The solution for distance between latitude/longitude coordinates is called the haversine formula. It's complex because you need to take the curvature of the earth into account unless your distances are very short.

Here's an article about using PHP and MySQL to implement a locator app: Creating a Store Locator with PHP, MySQL & Google Maps

You can also find *many* other questions here on Stack Overflow regarding calculating distance between coordinates: https://stackoverflow.com/search?q=longitude+distance

If you only need to calculate distance within 5km, the curvature of the earth is probably not significant. You can use a plain distance formula. You can even skip the square-root calculation if you only need to use this value to sort which one is closer.

```
SELECT s.location_id,
(s.lat-p.lat)*(s.lat-p.lat) + (s.long-p.long)*(s.long-p.long) AS distance_squared
FROM Locations s, Locations p
WHERE p.location_id = ?
ORDER BY distance_squared;
```

The table ('locations') I am selecting from has lat/long coordinates (lets call them $plat and $plong).

No, those are PHP variables. You need to calculate the distance from the lat/long coordinates on each row of your database table.

The problem is that SQL normally only calculates things from *one* row at a time. So you need to have some way of combining two rows into one row, so a calculation can use the coordinates of two locations. You do this with a *self-join*. This is basically pairing each row with another row from the same table. And that's why I list `Locations`

twice, and give them two different aliases, `s`

and `p`

(the technical term is *correlation name*).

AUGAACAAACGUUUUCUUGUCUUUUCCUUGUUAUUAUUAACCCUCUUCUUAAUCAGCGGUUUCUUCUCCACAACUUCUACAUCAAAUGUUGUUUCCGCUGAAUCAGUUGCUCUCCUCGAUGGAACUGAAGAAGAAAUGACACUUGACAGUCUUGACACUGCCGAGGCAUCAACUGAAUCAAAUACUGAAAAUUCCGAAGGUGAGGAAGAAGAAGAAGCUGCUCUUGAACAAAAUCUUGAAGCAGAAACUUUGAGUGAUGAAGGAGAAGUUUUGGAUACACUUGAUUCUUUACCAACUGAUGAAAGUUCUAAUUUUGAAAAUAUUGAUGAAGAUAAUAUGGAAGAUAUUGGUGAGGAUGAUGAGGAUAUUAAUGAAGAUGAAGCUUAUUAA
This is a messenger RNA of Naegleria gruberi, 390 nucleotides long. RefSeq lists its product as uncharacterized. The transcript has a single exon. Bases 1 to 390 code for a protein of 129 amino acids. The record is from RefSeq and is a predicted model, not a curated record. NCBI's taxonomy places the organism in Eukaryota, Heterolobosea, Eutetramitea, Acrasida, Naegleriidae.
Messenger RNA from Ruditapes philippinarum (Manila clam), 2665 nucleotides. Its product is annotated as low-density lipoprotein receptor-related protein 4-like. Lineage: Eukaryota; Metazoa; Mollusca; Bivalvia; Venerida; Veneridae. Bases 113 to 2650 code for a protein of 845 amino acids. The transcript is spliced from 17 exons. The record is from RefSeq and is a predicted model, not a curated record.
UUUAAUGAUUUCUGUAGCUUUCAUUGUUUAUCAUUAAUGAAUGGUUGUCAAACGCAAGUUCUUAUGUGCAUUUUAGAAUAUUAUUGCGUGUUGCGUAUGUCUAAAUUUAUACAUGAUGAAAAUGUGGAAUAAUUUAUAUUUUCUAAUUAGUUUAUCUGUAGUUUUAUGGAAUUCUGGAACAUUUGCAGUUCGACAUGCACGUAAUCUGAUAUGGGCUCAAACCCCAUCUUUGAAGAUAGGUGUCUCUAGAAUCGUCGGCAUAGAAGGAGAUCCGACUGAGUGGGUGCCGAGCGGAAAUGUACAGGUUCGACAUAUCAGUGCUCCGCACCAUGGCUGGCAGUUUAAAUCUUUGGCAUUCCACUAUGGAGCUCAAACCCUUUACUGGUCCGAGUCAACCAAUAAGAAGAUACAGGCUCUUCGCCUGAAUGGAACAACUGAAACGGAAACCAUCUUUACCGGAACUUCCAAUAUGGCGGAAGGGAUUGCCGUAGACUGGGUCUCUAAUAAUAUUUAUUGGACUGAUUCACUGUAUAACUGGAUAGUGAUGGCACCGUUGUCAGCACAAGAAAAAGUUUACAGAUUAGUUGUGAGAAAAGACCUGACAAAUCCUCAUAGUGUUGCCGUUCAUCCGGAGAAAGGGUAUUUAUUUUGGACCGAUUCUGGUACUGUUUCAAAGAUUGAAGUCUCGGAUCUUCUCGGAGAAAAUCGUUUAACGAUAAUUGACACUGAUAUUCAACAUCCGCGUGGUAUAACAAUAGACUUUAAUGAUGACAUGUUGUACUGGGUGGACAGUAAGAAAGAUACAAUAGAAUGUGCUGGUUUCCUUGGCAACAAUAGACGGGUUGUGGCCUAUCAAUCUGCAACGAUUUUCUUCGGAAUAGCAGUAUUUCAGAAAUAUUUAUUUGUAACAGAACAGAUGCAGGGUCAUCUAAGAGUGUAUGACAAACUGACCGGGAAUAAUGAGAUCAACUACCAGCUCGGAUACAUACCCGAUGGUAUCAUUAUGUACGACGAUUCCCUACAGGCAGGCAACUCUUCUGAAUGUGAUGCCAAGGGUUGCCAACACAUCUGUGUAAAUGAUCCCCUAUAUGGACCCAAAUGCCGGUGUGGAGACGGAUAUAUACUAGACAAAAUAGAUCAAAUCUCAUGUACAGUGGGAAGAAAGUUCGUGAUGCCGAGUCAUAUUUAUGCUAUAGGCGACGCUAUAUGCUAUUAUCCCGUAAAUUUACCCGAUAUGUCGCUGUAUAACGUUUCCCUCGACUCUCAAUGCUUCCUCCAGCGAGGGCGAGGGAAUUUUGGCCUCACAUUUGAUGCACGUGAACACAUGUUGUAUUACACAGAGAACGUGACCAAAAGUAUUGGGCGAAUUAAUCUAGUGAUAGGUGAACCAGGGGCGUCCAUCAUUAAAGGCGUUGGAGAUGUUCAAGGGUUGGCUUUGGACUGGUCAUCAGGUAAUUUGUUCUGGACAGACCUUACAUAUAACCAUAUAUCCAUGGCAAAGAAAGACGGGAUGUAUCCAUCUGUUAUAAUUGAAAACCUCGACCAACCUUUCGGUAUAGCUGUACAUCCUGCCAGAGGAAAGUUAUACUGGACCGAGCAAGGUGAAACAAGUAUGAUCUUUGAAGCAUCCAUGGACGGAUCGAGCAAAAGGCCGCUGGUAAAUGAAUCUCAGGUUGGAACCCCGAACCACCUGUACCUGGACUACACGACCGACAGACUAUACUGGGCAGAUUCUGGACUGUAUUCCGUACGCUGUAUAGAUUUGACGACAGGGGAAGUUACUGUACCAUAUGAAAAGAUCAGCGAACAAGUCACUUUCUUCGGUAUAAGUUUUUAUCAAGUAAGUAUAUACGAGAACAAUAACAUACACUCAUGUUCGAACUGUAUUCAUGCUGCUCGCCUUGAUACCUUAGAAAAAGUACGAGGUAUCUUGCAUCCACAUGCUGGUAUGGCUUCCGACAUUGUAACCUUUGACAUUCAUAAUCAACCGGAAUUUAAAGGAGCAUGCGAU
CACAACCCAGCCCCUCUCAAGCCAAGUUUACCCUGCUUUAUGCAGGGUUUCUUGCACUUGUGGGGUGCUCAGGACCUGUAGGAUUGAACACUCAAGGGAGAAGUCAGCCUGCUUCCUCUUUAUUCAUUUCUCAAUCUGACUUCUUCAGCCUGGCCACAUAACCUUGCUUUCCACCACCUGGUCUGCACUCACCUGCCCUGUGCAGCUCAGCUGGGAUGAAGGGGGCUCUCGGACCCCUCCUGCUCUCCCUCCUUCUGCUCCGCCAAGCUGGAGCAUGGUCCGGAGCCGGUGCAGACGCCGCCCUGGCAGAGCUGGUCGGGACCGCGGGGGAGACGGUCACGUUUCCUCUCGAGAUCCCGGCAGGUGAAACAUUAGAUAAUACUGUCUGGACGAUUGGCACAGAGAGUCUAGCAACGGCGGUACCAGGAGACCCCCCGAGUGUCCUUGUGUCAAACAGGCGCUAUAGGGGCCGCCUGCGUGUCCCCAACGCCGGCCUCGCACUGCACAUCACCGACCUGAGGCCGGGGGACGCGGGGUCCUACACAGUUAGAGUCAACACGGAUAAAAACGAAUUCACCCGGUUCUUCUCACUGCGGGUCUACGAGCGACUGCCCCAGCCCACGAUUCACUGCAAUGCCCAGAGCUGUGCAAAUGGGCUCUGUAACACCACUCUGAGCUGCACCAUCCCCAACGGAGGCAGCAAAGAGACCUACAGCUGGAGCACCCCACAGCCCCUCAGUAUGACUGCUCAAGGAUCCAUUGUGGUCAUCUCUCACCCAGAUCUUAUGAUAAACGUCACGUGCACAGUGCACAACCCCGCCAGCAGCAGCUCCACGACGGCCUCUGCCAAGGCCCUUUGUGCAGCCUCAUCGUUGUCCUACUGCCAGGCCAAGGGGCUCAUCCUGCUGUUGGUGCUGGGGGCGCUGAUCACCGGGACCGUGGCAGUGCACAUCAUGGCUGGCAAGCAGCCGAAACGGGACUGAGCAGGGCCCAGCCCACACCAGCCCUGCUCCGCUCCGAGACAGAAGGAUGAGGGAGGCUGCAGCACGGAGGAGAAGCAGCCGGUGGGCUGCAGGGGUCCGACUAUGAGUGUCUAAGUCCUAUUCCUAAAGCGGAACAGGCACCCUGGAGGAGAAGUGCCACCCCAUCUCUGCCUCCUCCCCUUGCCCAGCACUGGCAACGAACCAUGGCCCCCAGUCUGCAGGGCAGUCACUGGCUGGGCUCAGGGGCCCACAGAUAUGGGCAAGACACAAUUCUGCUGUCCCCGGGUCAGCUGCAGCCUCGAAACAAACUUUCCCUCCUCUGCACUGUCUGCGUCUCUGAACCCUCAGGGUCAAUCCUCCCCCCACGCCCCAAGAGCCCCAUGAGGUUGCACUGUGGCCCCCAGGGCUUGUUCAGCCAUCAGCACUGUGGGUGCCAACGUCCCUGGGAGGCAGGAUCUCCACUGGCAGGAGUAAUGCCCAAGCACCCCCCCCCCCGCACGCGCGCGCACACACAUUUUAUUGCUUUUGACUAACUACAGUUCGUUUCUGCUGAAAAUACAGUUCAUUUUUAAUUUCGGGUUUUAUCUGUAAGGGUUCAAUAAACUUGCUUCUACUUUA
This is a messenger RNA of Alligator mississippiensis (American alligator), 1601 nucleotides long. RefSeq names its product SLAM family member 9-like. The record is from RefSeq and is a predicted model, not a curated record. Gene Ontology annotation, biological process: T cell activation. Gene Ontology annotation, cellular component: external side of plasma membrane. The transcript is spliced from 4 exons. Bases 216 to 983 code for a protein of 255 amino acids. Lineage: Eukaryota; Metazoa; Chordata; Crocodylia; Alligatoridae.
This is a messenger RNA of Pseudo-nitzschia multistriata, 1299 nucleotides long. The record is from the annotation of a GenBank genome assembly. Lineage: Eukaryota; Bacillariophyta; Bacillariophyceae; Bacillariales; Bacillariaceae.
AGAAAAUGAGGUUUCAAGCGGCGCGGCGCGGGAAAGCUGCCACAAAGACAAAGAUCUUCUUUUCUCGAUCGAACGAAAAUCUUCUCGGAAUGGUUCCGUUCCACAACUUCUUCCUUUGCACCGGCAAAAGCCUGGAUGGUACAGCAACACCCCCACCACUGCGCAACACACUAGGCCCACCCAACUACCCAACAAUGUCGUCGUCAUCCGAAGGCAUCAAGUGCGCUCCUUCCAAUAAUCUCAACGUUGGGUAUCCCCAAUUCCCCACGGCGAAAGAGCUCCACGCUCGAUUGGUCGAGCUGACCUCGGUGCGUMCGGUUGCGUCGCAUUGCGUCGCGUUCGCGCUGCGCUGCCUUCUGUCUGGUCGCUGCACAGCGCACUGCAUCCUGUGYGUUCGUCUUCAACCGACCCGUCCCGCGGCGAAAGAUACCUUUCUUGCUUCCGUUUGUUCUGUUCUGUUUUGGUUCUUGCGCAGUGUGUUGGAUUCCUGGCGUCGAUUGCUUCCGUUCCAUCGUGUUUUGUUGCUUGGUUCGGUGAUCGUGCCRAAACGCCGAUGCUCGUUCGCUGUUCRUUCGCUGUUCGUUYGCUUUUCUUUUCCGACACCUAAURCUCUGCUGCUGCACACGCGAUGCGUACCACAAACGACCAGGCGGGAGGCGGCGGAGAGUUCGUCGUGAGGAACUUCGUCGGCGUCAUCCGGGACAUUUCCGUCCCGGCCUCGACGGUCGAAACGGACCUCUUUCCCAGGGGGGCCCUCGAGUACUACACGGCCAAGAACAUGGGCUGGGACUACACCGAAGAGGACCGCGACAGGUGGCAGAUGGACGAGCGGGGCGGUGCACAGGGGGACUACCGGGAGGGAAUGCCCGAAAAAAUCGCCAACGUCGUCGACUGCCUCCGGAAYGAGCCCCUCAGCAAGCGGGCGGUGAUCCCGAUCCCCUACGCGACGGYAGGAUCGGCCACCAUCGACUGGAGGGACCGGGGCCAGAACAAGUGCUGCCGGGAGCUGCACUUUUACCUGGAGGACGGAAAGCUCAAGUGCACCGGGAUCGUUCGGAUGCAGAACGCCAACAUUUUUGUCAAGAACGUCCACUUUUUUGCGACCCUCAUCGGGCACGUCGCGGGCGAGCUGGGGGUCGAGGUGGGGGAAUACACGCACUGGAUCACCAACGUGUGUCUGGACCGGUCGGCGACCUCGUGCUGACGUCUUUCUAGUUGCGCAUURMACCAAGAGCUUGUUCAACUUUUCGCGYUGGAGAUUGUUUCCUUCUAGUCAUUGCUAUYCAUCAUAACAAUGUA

If you're accustomed to PHP, think of this self-join as analogous to a nested loop:

```
foreach ($locations as &$s) {
foreach ($locations as &$p) {
// calculate the distance between $s and $p
}
}
```

The `WHERE`

clause restricts the rows of `p`

to just the place you start from (you would substitute a single value for the ? placeholder), so it's just one row that the query pairs with all the rows of the table.

Another tip: I skipped using `SQRT()`

because it's not necessary just to sort by distance. That is, if three locations are 10km, 15km, and 20km from me, then I can sort by 100, 225, and 400 and get the same ordering as if I sort by 10, 15, and 20. The advantage is that I've eliminated calculating the square root which reduces the cost of my query somewhat.

`I've converted all coordinates to positive numbers`

. This will destroy your simple formula, for reasons that you stated. Instead, what you'd probably want is to have something similar to an`absolute zero`

scale, by adding a certain number to your coordinates, this way 32°N and 32°S do not equal. Use the 360° scale, rather than positive/negative 90NSEW – vol7ron Jul 4 '10 at 18:50